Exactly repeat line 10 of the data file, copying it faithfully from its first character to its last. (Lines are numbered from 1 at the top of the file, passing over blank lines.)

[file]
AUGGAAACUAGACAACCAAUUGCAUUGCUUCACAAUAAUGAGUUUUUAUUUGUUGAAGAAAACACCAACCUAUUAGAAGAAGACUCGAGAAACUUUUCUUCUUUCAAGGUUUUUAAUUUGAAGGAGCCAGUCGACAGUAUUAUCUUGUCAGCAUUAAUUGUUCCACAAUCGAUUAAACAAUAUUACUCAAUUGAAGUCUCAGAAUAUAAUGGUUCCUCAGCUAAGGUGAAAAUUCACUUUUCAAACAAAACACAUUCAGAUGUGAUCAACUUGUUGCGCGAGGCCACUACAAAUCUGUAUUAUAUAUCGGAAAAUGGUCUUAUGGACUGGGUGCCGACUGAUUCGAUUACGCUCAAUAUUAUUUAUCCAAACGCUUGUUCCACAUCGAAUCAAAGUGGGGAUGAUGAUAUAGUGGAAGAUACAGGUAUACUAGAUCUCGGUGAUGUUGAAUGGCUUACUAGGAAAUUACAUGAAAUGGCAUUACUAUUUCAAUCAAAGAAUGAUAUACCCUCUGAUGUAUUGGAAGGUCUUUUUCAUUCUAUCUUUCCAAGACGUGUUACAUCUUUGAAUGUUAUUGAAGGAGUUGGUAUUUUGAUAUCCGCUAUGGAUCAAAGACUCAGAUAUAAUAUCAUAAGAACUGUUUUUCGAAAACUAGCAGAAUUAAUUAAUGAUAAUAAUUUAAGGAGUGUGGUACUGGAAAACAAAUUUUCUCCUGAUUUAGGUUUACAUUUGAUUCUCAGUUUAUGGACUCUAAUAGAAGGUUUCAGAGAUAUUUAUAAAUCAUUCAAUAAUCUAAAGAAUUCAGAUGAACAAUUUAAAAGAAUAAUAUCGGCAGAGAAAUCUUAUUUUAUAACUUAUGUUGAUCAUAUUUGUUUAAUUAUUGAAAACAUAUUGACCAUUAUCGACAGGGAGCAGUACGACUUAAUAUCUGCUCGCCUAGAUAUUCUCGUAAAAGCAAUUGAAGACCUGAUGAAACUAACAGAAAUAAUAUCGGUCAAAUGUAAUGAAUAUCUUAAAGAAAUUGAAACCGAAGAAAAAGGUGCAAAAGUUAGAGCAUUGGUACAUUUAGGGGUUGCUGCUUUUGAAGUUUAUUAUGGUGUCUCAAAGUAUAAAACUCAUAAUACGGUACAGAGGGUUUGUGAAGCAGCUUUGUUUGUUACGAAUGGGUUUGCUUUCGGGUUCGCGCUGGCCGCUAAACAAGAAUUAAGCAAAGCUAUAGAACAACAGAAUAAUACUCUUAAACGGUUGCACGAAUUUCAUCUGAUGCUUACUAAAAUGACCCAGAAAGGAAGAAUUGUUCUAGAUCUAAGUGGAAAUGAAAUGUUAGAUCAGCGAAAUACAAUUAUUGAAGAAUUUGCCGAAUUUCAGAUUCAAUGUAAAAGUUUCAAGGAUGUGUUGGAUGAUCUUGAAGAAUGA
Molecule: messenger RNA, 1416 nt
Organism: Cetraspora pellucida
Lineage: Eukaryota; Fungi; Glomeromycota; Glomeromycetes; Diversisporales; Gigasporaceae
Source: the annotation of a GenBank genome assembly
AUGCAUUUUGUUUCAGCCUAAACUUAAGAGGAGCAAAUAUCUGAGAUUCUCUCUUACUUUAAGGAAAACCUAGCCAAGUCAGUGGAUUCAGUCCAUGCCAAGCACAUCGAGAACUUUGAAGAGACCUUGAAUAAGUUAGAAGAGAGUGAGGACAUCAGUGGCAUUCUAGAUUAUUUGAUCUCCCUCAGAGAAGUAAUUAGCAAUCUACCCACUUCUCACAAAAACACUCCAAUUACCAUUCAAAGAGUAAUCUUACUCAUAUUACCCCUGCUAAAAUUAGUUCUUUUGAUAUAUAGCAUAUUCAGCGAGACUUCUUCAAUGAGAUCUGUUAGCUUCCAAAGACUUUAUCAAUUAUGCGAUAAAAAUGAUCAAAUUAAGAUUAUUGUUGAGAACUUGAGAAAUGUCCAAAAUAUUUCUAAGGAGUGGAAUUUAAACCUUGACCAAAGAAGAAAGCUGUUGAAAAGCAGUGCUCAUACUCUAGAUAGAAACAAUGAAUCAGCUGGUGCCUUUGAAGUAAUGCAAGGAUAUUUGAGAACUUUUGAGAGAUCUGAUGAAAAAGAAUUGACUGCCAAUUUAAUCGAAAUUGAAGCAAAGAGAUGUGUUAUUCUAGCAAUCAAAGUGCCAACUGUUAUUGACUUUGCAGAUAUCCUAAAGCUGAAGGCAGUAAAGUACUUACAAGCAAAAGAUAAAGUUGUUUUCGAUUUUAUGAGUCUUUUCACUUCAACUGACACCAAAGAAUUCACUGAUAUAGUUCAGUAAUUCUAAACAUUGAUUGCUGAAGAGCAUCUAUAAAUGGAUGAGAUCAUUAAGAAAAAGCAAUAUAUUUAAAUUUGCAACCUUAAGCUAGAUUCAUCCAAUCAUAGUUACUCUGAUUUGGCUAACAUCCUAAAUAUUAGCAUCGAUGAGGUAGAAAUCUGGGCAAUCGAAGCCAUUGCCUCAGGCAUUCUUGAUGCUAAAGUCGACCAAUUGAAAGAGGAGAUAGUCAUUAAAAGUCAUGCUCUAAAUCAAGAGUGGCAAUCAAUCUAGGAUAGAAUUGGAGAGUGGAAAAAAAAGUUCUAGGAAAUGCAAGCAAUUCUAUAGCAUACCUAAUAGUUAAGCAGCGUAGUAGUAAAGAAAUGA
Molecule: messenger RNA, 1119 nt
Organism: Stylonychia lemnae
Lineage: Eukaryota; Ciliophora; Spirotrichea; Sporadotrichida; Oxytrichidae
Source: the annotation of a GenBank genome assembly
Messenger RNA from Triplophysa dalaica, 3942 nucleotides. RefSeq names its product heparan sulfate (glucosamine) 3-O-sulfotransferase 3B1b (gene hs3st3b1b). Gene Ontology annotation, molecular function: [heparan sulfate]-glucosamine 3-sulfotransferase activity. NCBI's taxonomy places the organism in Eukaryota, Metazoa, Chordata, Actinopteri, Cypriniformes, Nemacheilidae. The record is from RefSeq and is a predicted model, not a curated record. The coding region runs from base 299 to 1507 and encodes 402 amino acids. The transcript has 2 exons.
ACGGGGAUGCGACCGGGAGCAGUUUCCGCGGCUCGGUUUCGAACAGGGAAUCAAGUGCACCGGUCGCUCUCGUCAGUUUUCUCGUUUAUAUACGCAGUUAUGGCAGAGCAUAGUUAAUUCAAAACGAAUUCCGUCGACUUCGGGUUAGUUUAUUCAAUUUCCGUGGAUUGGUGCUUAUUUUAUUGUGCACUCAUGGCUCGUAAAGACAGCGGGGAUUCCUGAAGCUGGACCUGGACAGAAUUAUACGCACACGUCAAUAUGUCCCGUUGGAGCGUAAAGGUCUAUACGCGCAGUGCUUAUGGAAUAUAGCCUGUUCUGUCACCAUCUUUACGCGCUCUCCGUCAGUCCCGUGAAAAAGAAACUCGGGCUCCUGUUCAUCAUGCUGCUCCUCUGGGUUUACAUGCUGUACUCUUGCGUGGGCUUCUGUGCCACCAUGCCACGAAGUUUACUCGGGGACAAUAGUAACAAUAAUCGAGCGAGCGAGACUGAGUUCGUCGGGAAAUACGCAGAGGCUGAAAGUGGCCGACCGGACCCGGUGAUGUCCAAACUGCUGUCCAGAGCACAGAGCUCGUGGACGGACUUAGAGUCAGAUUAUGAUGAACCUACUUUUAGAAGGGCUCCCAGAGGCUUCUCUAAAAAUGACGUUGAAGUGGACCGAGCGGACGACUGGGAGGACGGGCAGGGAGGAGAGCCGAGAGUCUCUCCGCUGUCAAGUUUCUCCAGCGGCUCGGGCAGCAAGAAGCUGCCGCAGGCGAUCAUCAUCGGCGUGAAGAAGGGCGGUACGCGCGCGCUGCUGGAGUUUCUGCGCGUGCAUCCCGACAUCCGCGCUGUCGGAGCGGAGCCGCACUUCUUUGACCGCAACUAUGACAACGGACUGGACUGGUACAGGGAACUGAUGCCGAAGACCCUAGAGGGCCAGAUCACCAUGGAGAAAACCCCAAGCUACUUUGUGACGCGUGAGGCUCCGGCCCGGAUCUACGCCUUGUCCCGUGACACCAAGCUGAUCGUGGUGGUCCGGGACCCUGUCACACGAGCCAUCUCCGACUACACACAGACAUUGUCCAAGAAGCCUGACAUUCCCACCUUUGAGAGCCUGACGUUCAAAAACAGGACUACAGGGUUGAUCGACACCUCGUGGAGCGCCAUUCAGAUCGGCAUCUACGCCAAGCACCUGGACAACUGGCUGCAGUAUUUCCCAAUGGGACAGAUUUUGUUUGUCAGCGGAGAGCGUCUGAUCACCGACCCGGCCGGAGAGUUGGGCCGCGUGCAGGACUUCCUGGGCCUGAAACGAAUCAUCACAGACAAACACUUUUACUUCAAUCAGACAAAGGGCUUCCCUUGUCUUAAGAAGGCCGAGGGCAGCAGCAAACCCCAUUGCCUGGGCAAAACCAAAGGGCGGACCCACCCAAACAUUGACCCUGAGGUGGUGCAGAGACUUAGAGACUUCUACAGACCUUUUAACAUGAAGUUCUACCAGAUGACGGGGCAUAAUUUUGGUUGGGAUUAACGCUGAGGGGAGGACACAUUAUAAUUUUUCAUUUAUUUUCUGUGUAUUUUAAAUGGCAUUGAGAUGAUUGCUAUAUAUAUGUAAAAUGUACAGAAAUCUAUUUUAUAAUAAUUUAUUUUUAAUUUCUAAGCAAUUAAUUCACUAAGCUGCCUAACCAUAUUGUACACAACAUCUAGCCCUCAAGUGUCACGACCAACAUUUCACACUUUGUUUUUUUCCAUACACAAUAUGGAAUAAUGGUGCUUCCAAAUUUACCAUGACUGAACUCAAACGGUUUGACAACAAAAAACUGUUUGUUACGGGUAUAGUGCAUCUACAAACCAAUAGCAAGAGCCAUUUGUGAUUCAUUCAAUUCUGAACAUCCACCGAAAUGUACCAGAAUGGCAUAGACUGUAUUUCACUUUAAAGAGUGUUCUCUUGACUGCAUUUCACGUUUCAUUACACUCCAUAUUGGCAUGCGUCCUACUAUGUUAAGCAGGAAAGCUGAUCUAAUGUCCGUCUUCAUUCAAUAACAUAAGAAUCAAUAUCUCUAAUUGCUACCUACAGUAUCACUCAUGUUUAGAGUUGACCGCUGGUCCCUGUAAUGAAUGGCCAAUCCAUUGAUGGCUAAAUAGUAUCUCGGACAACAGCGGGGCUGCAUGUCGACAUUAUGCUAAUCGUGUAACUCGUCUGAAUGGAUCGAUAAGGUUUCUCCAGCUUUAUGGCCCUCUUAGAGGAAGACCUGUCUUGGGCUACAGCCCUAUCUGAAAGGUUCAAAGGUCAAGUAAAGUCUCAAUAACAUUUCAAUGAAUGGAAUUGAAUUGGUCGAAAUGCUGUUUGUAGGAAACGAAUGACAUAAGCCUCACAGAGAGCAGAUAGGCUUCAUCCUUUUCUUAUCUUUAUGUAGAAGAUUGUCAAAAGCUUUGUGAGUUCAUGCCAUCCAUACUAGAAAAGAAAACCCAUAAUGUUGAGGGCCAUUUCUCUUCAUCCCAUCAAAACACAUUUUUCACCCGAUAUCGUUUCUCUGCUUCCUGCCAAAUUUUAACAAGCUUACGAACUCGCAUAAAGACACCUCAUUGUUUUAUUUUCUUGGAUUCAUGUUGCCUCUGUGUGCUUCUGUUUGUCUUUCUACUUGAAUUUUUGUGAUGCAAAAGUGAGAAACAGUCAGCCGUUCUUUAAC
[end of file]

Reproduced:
Source: the annotation of a GenBank genome assembly